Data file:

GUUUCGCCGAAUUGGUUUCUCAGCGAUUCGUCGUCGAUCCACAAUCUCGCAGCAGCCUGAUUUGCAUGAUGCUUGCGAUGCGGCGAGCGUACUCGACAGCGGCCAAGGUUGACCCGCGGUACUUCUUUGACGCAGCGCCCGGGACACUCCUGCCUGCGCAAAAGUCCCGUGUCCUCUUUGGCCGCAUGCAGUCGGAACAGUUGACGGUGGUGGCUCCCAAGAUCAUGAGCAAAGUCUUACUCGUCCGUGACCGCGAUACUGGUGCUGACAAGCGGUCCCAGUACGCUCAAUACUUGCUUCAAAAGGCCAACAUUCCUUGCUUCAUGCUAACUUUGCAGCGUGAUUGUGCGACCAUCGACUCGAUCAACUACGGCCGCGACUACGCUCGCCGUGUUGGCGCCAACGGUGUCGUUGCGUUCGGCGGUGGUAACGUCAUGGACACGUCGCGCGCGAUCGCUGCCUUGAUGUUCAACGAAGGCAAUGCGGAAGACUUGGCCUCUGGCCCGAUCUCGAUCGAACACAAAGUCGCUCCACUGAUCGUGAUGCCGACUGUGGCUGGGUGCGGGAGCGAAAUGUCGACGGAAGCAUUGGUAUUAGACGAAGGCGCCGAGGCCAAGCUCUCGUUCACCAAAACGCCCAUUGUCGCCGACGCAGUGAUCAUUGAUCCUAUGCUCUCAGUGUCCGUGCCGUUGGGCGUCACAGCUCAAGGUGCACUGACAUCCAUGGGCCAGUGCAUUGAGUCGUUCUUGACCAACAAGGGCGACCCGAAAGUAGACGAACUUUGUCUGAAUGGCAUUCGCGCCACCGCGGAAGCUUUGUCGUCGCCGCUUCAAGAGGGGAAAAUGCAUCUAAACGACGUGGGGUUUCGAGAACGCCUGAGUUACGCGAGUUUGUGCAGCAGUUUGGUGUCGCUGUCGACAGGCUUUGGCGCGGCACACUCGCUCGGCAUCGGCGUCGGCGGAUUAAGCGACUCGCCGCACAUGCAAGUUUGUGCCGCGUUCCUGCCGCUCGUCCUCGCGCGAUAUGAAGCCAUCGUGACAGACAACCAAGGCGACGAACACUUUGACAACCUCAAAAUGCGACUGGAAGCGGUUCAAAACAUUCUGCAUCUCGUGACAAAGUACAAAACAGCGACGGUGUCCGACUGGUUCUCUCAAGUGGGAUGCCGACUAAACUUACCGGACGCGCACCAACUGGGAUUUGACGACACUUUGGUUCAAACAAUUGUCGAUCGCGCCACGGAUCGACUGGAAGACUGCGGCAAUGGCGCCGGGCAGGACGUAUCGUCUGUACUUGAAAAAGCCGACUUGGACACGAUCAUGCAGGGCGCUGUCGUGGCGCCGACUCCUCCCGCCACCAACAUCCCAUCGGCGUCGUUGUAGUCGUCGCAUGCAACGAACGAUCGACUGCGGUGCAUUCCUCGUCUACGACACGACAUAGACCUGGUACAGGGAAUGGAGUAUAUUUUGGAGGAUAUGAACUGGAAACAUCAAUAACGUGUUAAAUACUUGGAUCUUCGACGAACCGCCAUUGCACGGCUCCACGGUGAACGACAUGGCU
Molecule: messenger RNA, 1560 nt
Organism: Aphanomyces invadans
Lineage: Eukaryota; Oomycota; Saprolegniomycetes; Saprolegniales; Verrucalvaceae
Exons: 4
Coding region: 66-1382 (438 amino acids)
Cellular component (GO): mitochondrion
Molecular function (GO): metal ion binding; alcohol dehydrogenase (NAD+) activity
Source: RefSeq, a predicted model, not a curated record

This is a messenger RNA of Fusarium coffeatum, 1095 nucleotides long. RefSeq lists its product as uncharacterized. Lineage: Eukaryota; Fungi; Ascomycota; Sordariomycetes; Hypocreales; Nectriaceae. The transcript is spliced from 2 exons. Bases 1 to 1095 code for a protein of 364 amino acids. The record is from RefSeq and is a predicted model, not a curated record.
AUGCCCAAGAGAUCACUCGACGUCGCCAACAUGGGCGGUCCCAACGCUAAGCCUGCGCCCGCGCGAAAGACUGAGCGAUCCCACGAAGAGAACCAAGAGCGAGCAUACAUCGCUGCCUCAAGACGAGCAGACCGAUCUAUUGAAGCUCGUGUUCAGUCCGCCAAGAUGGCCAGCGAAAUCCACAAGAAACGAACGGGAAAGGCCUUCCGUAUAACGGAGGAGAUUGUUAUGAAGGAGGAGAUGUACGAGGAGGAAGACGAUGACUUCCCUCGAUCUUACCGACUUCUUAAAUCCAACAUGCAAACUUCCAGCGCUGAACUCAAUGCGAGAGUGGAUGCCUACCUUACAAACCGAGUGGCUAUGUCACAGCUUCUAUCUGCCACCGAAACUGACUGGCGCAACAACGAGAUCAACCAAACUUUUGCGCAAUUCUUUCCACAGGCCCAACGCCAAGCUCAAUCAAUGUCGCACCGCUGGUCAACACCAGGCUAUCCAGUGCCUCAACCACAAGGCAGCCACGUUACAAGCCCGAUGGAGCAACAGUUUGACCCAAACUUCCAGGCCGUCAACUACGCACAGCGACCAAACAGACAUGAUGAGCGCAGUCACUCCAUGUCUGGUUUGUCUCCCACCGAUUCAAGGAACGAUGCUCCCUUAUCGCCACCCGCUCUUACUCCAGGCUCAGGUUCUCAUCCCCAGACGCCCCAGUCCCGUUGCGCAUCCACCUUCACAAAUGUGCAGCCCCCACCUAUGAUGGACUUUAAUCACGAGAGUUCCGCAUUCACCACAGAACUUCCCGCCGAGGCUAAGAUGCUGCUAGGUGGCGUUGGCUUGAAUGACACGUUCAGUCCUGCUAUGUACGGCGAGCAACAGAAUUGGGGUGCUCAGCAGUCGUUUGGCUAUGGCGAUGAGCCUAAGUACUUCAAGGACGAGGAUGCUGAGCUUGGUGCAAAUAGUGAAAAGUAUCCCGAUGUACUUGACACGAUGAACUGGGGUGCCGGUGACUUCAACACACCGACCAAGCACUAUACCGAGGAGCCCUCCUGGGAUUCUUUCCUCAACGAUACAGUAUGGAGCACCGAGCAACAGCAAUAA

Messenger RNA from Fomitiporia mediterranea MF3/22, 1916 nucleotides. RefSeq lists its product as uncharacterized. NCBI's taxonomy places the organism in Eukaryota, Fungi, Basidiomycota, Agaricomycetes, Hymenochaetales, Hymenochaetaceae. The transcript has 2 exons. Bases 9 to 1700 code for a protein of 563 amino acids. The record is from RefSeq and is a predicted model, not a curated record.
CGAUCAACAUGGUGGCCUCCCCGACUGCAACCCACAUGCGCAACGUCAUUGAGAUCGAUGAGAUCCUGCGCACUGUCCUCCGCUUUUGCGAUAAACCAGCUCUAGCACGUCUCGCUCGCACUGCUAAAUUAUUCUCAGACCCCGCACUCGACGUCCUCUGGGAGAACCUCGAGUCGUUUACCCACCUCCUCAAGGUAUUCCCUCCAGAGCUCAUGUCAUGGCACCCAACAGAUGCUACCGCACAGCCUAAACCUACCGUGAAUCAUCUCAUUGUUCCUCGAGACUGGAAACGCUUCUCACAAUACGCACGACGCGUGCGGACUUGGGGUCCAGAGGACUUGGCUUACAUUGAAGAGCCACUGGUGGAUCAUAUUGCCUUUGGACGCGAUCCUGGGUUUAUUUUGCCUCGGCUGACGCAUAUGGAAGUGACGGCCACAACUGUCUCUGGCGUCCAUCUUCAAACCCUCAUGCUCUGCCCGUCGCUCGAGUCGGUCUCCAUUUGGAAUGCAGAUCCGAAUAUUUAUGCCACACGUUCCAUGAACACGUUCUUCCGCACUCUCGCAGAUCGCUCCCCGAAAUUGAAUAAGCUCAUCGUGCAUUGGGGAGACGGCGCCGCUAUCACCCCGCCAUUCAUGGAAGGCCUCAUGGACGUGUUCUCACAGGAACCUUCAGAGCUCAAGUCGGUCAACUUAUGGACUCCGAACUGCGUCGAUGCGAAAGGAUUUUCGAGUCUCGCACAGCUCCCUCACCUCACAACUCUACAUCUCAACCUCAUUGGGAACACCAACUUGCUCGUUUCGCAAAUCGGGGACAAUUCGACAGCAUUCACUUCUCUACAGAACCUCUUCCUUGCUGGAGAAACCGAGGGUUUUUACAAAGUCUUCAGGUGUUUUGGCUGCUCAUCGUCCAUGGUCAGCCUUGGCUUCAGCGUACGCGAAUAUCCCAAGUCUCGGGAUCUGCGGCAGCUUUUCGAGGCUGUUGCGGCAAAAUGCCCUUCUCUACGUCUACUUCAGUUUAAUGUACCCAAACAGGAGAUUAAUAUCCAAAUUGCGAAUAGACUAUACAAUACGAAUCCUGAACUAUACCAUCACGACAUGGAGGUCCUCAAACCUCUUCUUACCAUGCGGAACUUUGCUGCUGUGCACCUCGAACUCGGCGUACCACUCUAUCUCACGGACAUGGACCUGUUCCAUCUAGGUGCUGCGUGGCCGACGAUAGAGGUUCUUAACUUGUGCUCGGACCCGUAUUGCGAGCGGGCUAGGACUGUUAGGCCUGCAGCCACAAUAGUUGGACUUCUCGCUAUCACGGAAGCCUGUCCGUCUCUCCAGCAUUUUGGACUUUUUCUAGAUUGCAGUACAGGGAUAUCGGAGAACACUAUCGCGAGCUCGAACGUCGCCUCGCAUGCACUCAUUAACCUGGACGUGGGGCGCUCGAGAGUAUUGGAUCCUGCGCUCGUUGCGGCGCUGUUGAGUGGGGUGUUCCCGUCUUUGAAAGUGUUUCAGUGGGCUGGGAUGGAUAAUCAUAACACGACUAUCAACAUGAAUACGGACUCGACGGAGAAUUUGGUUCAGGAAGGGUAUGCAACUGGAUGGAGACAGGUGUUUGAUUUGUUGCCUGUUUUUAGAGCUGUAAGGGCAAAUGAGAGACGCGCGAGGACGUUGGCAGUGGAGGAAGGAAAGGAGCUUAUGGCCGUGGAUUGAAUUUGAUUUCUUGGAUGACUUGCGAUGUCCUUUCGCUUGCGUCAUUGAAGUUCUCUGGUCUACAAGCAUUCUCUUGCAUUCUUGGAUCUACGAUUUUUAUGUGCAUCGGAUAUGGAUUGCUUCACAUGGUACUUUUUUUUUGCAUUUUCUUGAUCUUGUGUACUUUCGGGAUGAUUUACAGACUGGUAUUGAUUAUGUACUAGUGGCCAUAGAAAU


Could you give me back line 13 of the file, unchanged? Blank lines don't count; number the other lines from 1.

CGAUCAACAUGGUGGCCUCCCCGACUGCAACCCACAUGCGCAACGUCAUUGAGAUCGAUGAGAUCCUGCGCACUGUCCUCCGCUUUUGCGAUAAACCAGCUCUAGCACGUCUCGCUCGCACUGCUAAAUUAUUCUCAGACCCCGCACUCGACGUCCUCUGGGAGAACCUCGAGUCGUUUACCCACCUCCUCAAGGUAUUCCCUCCAGAGCUCAUGUCAUGGCACCCAACAGAUGCUACCGCACAGCCUAAACCUACCGUGAAUCAUCUCAUUGUUCCUCGAGACUGGAAACGCUUCUCACAAUACGCACGACGCGUGCGGACUUGGGGUCCAGAGGACUUGGCUUACAUUGAAGAGCCACUGGUGGAUCAUAUUGCCUUUGGACGCGAUCCUGGGUUUAUUUUGCCUCGGCUGACGCAUAUGGAAGUGACGGCCACAACUGUCUCUGGCGUCCAUCUUCAAACCCUCAUGCUCUGCCCGUCGCUCGAGUCGGUCUCCAUUUGGAAUGCAGAUCCGAAUAUUUAUGCCACACGUUCCAUGAACACGUUCUUCCGCACUCUCGCAGAUCGCUCCCCGAAAUUGAAUAAGCUCAUCGUGCAUUGGGGAGACGGCGCCGCUAUCACCCCGCCAUUCAUGGAAGGCCUCAUGGACGUGUUCUCACAGGAACCUUCAGAGCUCAAGUCGGUCAACUUAUGGACUCCGAACUGCGUCGAUGCGAAAGGAUUUUCGAGUCUCGCACAGCUCCCUCACCUCACAACUCUACAUCUCAACCUCAUUGGGAACACCAACUUGCUCGUUUCGCAAAUCGGGGACAAUUCGACAGCAUUCACUUCUCUACAGAACCUCUUCCUUGCUGGAGAAACCGAGGGUUUUUACAAAGUCUUCAGGUGUUUUGGCUGCUCAUCGUCCAUGGUCAGCCUUGGCUUCAGCGUACGCGAAUAUCCCAAGUCUCGGGAUCUGCGGCAGCUUUUCGAGGCUGUUGCGGCAAAAUGCCCUUCUCUACGUCUACUUCAGUUUAAUGUACCCAAACAGGAGAUUAAUAUCCAAAUUGCGAAUAGACUAUACAAUACGAAUCCUGAACUAUACCAUCACGACAUGGAGGUCCUCAAACCUCUUCUUACCAUGCGGAACUUUGCUGCUGUGCACCUCGAACUCGGCGUACCACUCUAUCUCACGGACAUGGACCUGUUCCAUCUAGGUGCUGCGUGGCCGACGAUAGAGGUUCUUAACUUGUGCUCGGACCCGUAUUGCGAGCGGGCUAGGACUGUUAGGCCUGCAGCCACAAUAGUUGGACUUCUCGCUAUCACGGAAGCCUGUCCGUCUCUCCAGCAUUUUGGACUUUUUCUAGAUUGCAGUACAGGGAUAUCGGAGAACACUAUCGCGAGCUCGAACGUCGCCUCGCAUGCACUCAUUAACCUGGACGUGGGGCGCUCGAGAGUAUUGGAUCCUGCGCUCGUUGCGGCGCUGUUGAGUGGGGUGUUCCCGUCUUUGAAAGUGUUUCAGUGGGCUGGGAUGGAUAAUCAUAACACGACUAUCAACAUGAAUACGGACUCGACGGAGAAUUUGGUUCAGGAAGGGUAUGCAACUGGAUGGAGACAGGUGUUUGAUUUGUUGCCUGUUUUUAGAGCUGUAAGGGCAAAUGAGAGACGCGCGAGGACGUUGGCAGUGGAGGAAGGAAAGGAGCUUAUGGCCGUGGAUUGAAUUUGAUUUCUUGGAUGACUUGCGAUGUCCUUUCGCUUGCGUCAUUGAAGUUCUCUGGUCUACAAGCAUUCUCUUGCAUUCUUGGAUCUACGAUUUUUAUGUGCAUCGGAUAUGGAUUGCUUCACAUGGUACUUUUUUUUUGCAUUUUCUUGAUCUUGUGUACUUUCGGGAUGAUUUACAGACUGGUAUUGAUUAUGUACUAGUGGCCAUAGAAAU